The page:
More accolades and awards were likely to come for Aretha Franklin after her death on Thursday. The musical icon, known befittingly as the Queen of Soul, was being posthumously considered for a Congressional Gold Medal.
“Aretha was simply a legend,” California Democratic Sen. Kamala Harris said in a release revealing the Aretha Franklin Congressional Gold Medal Act on Tuesday. “Her work and impact will be felt for generations to come, and it’s long past time Congress honor her with the Congressional Gold Medal.”
Harris is one of several Congress members — also including Utah Republican Sen. Orrin Hatch, Michigan Democratic Sens. Debbie Stabenow and Gary Peters, Michigan Democratic Rep. Brenda Lawrence as well as Georgia Republican Rep. Doug Collins — who have introduced the bipartisan bill in celebration of Franklin’s cultural and artistic achievements. The bill makes it clear that Franklin has earned her R-E-S-P-E-C-T, having made a difference in millions of lives across the world.
Harris considers herself to be a big fan of Franklin whose music has followed her since her formative years.
“From listening to Mary Don’t You Weep, to standing in the living room dancing to Rock Steady over and over again, to hearing from the Queen herself how lucky I was to be young, gifted and black – Aretha’s songs were the soundtrack of my childhood,” Harris said.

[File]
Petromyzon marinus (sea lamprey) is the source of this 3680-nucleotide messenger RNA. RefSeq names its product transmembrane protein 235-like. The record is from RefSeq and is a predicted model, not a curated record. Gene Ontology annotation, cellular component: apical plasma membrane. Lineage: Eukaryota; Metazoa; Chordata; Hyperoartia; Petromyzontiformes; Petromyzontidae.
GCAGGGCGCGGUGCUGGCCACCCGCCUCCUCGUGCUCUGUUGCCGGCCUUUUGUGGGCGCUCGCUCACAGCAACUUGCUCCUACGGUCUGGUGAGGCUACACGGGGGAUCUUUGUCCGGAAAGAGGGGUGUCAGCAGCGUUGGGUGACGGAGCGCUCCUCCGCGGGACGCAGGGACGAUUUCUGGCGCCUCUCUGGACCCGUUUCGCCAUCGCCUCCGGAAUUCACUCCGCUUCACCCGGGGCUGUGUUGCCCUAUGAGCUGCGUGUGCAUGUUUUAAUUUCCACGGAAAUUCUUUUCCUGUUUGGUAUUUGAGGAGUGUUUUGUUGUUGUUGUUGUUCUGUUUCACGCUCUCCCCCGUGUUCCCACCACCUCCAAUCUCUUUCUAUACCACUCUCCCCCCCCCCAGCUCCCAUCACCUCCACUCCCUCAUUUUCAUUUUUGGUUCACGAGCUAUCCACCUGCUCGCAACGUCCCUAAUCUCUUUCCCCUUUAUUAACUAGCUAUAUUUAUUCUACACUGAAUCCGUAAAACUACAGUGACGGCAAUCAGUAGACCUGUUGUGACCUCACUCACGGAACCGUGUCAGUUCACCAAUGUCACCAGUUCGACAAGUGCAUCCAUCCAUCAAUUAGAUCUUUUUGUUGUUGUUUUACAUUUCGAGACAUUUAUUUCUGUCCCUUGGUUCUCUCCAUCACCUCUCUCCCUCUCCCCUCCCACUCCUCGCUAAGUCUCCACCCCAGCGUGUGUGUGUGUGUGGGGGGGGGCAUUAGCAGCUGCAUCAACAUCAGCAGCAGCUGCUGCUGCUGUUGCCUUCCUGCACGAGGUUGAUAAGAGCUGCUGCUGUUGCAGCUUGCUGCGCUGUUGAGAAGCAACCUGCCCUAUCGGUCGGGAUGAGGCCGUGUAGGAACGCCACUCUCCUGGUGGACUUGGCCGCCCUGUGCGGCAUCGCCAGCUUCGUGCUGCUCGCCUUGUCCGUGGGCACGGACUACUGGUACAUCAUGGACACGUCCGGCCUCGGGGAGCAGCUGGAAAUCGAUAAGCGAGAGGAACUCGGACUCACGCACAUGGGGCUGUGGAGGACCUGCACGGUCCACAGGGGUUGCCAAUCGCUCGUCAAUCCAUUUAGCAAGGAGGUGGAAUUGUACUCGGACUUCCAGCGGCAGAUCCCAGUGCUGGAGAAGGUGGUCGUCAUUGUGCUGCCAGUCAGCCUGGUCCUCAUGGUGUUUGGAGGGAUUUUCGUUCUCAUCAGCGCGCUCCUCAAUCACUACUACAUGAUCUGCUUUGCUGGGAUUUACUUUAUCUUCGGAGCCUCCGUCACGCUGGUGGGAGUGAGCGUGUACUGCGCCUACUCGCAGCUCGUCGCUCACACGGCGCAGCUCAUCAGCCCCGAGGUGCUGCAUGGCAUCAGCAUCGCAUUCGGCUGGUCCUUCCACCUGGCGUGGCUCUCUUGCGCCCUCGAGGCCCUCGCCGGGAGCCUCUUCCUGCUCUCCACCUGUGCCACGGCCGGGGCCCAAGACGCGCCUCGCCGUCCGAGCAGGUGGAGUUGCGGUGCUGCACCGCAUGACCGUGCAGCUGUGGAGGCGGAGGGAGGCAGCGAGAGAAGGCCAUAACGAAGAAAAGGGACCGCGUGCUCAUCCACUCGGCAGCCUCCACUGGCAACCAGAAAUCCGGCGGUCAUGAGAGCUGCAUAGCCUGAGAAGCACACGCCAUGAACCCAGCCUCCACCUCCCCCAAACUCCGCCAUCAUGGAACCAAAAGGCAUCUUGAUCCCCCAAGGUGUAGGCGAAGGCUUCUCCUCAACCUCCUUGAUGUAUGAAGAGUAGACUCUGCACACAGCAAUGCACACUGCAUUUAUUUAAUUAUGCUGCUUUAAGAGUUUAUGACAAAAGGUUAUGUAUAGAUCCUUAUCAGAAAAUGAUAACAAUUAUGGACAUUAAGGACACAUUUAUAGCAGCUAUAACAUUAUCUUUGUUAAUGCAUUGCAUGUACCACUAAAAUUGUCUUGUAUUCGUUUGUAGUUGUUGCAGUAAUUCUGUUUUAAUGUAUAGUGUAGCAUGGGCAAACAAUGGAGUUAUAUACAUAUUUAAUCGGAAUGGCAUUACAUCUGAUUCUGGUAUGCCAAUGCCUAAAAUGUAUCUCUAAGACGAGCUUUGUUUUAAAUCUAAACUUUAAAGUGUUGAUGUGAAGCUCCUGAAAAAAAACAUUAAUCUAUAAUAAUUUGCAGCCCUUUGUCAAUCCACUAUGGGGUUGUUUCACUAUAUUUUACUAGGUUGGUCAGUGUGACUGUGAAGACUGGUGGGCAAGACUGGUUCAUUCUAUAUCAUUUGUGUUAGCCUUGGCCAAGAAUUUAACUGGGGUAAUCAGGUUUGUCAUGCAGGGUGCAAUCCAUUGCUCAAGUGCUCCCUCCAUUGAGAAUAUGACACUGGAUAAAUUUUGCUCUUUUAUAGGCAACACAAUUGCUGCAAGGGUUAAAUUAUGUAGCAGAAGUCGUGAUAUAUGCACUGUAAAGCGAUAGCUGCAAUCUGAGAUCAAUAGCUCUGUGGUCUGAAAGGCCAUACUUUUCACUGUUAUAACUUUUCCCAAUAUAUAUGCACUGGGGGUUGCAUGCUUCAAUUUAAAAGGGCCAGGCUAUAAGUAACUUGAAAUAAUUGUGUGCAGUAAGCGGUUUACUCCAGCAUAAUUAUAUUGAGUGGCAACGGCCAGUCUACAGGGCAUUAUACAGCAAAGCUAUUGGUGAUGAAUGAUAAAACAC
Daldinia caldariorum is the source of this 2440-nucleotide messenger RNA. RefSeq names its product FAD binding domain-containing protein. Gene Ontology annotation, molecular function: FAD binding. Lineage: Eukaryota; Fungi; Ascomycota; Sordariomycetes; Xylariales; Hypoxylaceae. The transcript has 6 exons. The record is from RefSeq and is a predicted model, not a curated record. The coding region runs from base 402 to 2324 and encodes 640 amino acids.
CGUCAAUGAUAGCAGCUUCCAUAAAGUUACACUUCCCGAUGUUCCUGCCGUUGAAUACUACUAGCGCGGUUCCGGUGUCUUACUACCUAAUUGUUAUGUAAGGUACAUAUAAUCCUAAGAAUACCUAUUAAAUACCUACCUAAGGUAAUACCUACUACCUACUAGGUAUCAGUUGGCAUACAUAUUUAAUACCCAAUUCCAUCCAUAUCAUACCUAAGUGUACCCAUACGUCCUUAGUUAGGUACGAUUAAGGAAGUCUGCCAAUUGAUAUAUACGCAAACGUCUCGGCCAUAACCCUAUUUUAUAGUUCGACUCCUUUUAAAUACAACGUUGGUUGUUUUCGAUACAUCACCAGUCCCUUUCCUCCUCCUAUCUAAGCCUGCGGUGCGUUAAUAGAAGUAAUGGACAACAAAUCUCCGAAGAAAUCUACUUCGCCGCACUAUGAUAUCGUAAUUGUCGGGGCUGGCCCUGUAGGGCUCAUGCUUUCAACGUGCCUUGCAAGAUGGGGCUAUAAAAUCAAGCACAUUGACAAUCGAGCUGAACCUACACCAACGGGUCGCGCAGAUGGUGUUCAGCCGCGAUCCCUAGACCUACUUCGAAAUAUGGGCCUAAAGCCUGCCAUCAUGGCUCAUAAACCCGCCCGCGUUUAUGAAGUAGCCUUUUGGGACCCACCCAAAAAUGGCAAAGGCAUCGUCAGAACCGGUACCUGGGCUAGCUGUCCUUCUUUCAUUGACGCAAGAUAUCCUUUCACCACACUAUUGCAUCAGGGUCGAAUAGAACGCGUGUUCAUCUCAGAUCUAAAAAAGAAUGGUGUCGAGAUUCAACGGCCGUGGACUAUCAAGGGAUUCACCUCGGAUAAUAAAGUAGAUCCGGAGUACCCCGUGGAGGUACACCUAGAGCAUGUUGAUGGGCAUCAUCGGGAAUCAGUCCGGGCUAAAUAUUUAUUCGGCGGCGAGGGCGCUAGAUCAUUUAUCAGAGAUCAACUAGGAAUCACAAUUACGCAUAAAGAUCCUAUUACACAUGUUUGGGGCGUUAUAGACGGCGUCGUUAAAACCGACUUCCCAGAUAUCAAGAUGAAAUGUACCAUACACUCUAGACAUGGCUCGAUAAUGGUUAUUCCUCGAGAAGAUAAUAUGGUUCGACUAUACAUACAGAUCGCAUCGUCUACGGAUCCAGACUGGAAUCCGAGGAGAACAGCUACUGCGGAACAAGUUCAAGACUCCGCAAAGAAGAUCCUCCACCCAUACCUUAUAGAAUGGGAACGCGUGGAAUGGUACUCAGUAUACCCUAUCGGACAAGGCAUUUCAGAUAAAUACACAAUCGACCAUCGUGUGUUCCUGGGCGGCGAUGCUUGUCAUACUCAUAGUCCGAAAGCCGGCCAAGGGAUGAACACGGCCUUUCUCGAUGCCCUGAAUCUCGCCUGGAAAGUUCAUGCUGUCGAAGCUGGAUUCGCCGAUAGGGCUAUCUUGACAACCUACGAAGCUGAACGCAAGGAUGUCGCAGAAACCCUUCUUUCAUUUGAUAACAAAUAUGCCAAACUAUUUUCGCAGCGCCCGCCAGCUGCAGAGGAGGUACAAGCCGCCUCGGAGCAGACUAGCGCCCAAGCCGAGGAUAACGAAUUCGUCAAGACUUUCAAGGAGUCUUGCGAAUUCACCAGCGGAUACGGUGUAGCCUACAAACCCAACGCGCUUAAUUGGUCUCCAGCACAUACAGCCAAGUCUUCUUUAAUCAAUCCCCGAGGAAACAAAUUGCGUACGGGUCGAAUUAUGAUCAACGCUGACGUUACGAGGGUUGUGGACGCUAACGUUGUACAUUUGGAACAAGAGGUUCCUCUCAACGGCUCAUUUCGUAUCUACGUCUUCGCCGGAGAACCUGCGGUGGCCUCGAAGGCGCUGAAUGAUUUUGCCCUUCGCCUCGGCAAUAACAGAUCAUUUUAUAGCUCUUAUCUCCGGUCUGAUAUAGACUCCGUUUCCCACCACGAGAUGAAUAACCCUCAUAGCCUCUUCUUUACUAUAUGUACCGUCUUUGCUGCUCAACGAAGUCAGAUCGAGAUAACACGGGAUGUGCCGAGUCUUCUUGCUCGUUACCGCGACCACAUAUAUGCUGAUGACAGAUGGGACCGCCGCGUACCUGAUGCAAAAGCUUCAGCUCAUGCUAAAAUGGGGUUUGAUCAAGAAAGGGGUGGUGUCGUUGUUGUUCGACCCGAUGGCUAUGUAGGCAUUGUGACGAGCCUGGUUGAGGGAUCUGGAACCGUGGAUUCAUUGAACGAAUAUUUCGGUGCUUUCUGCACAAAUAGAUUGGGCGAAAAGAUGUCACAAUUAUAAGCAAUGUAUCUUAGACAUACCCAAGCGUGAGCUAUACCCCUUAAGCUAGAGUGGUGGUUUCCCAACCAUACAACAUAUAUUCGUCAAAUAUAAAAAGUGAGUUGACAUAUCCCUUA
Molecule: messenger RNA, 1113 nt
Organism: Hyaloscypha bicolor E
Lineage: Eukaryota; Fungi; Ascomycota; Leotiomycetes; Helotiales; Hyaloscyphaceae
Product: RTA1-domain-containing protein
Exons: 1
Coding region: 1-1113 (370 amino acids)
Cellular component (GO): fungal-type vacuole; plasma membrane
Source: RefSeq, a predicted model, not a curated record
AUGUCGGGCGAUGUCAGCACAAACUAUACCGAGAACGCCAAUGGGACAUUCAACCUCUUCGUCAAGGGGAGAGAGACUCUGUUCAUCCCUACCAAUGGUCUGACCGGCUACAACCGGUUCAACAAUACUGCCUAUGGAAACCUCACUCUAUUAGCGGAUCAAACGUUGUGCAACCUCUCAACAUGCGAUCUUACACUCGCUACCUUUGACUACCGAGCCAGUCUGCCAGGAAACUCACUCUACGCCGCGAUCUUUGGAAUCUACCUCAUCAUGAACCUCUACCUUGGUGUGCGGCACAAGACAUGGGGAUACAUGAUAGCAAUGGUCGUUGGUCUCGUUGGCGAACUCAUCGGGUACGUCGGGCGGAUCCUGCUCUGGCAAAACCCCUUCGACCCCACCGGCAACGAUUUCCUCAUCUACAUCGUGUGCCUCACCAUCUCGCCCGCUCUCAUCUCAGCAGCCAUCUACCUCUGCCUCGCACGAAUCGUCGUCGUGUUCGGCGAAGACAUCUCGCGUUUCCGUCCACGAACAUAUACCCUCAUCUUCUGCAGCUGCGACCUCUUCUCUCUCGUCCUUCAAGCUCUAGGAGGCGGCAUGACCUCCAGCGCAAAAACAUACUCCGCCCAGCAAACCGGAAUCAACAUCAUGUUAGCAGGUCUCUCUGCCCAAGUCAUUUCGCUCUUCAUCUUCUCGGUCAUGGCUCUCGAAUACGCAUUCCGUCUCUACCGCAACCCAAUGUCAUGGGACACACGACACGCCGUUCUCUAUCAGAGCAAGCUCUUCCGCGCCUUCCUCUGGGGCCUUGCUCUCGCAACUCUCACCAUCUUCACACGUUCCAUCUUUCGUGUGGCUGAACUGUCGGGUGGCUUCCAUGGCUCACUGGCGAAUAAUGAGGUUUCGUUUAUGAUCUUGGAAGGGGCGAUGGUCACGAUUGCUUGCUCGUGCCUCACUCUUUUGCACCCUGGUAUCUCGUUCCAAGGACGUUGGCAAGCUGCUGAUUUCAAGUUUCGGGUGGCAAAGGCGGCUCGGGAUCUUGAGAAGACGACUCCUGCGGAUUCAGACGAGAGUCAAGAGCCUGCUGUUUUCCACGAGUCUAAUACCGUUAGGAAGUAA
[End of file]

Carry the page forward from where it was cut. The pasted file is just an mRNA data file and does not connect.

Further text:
The honor for Franklin would be richly deserved, other senators and representatives said.
“I am proud to join Senator Harris in introducing a bill to award a Congressional Gold Medal to honor an American music legend; Aretha Franklin, for her contributions to American music culture,” Lawrence said. “Aretha Franklin was soul personified and she gave us the gift of her voice, her truth and her unapologetic passion to demand compassion, love and R-E-S-P-E-C-T for women everywhere. An iconic entertainer, powerful civil rights leader, history maker and a beautiful spirit I was privileged to call friend; we honor this Detroit native, the true Queen of Soul. She will be dearly missed, never forgotten and always treasured.”
Franklin’s life will be celebrated during a funeral service on Aug. 31 in Detroit.
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